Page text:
Letters: Briefly

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The Independent Online
You criticise the Havels for honeymooning in Belgium ("Flat Earth", 23 February). Well at least they had the insight not to go to Britain, the country of the Dunblane killings, the Bulger case, child abuse scandals, several recent miscarriages of justice, not to mention BSE. How easy it is to sum up a country in a few negatives.

Bert de Fre, Gent, Belgium On 7 January 1996 you published the following letter: "Since much of astrology's reputation stands on its forecasting accuracy, you may like to judge the following after the due dates: 1) UK general election, February 1997. Labour wins, majority around 50 seats. 2) Prince Charles becomes king due to the Queen's abdication in June 2000. 3) Clinton is re-elected in November 1996. 4) A new radical Pope will be elected in September 1996." Three dates past, two incorrect. More evidence that astrology deserves its poor reputation.

Iain Sharp

Whitley Bay, Tyne & Wear

It is misleading to describe the central east European nations' desire to seek protection as Nato expansion ("A nightmare for the year 2000", 23 February). The dominating factor is their wish to avoid another 50-year nightmare. Having signed them away to Russian domination at Yalta in 1945, Western democracies have a moral duty to help.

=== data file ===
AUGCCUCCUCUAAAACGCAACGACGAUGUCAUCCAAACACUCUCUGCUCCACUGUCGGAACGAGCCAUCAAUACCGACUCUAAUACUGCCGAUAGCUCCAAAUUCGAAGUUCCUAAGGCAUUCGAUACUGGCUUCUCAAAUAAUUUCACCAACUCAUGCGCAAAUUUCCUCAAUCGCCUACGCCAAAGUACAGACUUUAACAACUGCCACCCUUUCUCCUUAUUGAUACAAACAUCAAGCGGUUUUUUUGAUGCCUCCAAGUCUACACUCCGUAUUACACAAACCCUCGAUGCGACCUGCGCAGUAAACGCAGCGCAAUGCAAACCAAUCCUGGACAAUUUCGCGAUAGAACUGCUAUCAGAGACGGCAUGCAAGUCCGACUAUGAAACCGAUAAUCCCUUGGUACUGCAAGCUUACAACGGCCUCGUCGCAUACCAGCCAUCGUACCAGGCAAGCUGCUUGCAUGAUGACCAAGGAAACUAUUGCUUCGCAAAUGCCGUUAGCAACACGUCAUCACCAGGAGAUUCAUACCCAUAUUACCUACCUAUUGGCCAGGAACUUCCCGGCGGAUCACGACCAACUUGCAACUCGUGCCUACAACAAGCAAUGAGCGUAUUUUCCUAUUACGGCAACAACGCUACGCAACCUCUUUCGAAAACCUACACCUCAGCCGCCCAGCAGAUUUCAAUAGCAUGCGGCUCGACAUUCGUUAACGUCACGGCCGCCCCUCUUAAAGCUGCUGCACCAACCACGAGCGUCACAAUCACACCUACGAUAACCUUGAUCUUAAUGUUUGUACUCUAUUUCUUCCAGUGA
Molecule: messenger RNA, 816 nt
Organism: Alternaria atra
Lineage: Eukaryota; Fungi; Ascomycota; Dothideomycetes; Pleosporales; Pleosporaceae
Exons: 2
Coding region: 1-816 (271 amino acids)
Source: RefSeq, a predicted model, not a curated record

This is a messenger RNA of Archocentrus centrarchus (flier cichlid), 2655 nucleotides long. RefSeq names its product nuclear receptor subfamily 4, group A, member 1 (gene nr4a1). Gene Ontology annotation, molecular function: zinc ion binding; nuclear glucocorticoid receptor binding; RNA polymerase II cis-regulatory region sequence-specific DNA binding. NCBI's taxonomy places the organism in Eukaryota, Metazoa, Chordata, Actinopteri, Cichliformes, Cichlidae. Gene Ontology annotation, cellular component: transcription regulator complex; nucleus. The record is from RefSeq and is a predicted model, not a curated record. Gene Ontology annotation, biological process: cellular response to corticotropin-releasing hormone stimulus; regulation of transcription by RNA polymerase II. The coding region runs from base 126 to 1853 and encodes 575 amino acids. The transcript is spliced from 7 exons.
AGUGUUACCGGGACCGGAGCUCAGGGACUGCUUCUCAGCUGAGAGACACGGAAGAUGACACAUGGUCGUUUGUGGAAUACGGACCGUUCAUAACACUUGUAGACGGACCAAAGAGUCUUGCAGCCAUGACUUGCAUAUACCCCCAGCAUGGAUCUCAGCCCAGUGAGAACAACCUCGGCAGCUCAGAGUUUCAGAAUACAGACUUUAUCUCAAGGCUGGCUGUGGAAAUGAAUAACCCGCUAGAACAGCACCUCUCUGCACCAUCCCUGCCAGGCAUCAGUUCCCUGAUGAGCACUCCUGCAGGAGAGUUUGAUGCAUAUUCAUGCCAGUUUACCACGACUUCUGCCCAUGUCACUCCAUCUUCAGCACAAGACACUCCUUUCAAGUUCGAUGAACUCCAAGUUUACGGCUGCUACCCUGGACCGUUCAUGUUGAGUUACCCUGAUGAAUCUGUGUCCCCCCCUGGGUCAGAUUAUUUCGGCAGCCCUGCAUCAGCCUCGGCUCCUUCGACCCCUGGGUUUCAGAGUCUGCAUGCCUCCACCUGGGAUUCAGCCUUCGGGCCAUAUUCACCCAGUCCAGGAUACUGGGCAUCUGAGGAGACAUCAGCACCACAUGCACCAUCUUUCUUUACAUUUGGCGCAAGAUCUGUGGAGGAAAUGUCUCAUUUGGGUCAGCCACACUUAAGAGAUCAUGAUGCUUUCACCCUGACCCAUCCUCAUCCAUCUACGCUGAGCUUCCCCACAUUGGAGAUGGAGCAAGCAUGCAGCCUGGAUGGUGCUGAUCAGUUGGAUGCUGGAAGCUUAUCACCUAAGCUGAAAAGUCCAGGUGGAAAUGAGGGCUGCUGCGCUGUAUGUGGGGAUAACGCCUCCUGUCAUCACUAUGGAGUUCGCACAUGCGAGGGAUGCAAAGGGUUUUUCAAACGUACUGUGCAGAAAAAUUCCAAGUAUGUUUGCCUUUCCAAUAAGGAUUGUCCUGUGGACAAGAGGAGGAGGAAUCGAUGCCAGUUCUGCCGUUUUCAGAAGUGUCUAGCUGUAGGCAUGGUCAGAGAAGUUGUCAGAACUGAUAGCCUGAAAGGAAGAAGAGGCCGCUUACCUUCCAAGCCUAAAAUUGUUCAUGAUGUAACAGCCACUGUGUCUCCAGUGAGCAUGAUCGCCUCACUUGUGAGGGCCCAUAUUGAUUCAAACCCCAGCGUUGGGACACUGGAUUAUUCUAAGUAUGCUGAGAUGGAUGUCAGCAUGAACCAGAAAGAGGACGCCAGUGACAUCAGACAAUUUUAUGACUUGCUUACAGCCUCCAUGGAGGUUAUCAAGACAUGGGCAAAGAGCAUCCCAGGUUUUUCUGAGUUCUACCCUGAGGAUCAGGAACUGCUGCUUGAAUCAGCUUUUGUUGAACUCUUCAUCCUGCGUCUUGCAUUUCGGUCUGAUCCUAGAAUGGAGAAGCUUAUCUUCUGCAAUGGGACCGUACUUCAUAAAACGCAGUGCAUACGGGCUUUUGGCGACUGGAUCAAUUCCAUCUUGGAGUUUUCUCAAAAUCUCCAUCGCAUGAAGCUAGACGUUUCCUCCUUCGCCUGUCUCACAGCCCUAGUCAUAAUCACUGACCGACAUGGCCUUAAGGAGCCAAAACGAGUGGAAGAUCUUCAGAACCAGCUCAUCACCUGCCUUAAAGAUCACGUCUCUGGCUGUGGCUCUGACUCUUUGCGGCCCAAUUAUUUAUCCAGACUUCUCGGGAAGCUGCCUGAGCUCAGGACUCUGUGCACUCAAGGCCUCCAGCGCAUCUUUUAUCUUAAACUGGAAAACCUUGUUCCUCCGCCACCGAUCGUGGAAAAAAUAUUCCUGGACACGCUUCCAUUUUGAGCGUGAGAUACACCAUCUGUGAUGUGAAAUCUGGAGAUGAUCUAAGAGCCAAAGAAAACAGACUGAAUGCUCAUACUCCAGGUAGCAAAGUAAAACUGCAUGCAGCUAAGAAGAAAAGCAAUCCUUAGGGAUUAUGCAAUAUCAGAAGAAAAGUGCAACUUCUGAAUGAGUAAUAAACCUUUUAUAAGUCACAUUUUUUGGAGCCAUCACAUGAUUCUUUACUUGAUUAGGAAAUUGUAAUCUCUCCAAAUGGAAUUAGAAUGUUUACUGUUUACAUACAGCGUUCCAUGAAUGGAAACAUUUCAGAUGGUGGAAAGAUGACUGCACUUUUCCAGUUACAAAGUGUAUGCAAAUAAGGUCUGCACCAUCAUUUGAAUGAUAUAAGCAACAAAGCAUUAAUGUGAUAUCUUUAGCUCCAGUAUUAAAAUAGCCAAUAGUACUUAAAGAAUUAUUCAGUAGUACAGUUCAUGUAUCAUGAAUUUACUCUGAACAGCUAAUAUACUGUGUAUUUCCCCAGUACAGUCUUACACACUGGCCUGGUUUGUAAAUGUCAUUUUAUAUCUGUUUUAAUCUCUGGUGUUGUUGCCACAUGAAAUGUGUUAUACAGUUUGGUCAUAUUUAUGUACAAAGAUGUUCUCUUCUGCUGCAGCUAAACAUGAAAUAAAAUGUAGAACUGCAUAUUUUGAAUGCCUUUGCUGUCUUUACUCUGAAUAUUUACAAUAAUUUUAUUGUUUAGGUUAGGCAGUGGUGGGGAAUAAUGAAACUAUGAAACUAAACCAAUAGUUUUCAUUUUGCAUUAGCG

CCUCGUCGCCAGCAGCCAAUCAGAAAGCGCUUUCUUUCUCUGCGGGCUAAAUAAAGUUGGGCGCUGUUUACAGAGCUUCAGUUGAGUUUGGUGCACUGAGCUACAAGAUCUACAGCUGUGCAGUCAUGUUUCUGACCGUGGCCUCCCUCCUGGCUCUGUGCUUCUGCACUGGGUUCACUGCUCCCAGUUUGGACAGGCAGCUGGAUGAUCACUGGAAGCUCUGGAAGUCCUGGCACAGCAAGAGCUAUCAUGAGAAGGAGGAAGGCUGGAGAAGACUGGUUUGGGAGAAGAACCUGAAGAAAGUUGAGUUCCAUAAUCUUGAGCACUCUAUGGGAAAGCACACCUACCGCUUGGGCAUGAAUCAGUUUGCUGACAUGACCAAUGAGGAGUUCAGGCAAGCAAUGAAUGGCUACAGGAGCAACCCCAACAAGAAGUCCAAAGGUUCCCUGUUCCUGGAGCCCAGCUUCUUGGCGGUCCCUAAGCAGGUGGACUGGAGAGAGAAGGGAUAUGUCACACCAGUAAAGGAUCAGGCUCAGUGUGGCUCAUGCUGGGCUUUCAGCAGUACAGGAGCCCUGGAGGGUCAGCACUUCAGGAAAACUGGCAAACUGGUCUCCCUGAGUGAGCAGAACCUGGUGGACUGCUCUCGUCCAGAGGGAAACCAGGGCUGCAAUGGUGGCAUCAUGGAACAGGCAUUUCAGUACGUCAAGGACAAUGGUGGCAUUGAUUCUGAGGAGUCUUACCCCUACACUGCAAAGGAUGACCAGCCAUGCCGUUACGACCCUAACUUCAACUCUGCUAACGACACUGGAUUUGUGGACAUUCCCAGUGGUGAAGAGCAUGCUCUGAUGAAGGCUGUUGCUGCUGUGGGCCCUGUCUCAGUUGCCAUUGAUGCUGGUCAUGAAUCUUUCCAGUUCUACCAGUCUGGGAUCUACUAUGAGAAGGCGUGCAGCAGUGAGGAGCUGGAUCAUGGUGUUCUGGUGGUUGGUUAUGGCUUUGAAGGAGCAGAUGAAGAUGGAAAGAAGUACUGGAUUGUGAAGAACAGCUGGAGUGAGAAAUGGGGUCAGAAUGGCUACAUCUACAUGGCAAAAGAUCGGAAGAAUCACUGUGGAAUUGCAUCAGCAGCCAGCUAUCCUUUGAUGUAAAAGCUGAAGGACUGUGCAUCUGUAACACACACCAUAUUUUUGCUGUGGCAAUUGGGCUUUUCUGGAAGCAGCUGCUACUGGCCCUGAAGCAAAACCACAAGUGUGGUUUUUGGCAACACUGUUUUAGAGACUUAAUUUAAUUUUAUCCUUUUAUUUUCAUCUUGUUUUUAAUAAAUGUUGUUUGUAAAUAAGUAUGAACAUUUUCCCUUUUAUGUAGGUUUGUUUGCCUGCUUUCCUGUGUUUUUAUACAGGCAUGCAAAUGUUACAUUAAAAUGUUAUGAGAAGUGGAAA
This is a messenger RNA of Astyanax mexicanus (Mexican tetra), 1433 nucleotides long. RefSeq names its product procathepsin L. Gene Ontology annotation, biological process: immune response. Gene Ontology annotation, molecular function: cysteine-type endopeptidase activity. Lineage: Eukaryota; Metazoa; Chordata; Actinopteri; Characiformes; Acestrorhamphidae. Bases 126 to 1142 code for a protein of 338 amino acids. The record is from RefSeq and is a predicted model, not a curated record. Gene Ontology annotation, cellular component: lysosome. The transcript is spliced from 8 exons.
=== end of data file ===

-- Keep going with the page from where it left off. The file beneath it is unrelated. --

I Pikelis, Birmingham B37

"The greatness of a nation and its moral progress can be judged by the way its animals are treated" - Mahatma Gandi. Further debate on the issue of cloning seems superfluous.

Andrew Lane

Cairndow, Argyll

The marketing men have done Penguin no favours ("The future may not be orange", Review, 23 February) but the roots of its crisis lie elsewhere. Until the 1970s it appealed to a popular left-wing sentiment. The audience is still there but Penguin now ignores it. While a left-wing critique of Tony Blair would sell by the boxload for example, Penguin has published instead an apologia by Tony Wright.

Keith Davies, Cardiff

Peter Corrigan says that "Racist remarks ... if not excusable ... are preferable to the physical variety" in football (Sport, 23 February). Wrong. The system can get to grips with the physical consequences; it's the remarks that exacerbate the deep-seated nature of this problem. Absent the remarks and confrontations diminish.

Michael Bailey

Colyton, Devon The growing powers of tax officials provokes indignation ("Why a junior tax inspector...", 23 February) yet we complain about tax evasion. We cannot have it both ways. As long as we rely on taxes on earnings, inspectors must have the necessary powers - sometimes draconian - to investigate. If we don't like it, we must seek alternative sources or revenue.

Henry Law, Brighton

Ian Garrow of Headway is wrong to say that the charity "still has to get any money from the National Lottery" ("Charity blames Diana for slump in fortunes", 23 February). So far, the board has awarded it pounds 517,742.

Paul Hensby, National Lottery Charities Board, London WC2

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